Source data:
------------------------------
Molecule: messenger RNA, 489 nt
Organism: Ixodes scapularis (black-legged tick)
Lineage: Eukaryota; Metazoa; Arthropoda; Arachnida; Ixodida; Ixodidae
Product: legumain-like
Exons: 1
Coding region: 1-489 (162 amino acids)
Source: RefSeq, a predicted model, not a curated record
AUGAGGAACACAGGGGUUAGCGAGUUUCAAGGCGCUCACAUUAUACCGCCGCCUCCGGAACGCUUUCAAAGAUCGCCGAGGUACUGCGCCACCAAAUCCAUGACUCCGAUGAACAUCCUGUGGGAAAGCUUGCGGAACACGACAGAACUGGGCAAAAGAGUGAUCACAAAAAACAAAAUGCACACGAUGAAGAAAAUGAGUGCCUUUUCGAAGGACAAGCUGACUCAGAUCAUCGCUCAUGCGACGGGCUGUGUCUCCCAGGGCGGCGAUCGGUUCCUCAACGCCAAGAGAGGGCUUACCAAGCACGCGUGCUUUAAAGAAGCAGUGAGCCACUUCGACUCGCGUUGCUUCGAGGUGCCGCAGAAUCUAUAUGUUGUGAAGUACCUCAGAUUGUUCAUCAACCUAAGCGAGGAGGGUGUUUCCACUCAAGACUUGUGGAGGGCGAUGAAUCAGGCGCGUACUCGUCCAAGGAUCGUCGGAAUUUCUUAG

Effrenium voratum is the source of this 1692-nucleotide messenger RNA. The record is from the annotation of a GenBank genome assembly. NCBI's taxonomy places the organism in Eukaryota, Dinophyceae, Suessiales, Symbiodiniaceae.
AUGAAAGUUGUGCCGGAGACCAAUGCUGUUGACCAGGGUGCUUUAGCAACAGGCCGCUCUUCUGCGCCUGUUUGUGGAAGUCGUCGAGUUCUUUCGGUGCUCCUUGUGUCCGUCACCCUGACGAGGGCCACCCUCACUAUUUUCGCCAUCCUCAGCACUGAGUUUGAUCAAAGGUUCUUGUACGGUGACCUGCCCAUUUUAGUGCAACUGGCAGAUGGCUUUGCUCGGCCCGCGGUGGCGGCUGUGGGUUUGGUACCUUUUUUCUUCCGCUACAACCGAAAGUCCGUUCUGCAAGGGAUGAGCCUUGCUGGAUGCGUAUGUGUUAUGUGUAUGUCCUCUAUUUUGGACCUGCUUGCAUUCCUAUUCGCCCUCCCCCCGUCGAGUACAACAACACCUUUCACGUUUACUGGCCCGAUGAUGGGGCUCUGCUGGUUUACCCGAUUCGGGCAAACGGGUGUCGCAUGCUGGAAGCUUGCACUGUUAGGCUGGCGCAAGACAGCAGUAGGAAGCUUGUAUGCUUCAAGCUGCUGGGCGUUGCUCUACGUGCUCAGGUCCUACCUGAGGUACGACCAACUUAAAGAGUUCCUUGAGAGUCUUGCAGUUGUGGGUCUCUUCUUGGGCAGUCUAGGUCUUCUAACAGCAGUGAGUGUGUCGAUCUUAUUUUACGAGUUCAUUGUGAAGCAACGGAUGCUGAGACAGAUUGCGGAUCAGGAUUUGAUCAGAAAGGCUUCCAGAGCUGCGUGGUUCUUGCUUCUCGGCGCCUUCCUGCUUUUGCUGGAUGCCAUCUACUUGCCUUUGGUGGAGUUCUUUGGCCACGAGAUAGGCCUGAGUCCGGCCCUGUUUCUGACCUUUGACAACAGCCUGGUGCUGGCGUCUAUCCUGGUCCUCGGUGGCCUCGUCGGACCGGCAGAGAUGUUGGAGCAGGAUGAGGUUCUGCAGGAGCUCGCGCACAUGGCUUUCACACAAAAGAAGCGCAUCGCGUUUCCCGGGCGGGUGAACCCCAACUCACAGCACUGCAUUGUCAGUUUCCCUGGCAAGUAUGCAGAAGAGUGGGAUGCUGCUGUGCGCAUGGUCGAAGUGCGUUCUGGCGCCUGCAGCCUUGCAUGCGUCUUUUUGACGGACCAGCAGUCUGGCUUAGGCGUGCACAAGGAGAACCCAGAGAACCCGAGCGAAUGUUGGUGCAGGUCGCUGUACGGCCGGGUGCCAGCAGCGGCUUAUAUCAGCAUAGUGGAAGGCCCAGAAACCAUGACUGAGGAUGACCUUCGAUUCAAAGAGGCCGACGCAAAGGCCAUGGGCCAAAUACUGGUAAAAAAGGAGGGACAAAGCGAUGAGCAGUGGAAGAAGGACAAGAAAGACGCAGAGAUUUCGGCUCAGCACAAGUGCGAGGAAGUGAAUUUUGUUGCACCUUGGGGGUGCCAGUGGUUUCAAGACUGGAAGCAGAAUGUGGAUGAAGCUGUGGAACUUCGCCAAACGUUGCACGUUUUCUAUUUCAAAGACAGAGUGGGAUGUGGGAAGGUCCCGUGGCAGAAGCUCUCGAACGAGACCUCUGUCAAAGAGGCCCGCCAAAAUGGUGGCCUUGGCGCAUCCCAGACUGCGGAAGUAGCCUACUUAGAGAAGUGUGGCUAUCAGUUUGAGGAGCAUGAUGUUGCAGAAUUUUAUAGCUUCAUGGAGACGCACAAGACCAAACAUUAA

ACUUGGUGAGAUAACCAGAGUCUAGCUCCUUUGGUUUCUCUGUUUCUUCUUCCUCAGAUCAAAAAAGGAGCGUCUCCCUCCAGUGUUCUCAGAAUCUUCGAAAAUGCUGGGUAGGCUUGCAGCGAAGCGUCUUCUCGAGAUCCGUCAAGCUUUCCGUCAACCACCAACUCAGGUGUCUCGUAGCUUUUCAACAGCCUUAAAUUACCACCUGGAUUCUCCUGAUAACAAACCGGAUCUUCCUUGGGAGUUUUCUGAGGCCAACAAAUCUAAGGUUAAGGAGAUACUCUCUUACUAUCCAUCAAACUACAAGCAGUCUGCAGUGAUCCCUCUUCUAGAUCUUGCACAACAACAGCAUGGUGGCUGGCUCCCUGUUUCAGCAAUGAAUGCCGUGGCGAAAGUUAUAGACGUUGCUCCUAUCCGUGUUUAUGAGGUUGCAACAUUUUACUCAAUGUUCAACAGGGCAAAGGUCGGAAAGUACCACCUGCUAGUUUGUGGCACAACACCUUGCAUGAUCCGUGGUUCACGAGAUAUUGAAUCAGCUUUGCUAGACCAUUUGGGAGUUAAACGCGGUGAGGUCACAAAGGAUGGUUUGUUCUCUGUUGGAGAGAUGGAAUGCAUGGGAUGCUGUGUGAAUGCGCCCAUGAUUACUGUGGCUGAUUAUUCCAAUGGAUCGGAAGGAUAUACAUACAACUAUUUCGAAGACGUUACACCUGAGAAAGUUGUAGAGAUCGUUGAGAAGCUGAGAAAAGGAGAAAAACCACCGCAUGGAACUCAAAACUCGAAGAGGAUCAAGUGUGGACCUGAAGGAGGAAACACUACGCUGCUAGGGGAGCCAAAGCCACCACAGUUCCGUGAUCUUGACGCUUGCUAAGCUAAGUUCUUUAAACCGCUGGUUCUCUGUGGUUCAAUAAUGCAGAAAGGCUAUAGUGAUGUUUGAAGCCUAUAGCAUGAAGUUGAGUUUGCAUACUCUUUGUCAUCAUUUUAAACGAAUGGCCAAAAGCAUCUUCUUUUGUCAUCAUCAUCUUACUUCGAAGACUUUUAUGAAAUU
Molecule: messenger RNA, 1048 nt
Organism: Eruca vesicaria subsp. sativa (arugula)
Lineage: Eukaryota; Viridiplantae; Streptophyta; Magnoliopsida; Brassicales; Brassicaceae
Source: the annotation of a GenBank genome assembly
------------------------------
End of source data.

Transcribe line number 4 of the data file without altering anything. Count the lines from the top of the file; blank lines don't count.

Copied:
Product: legumain-like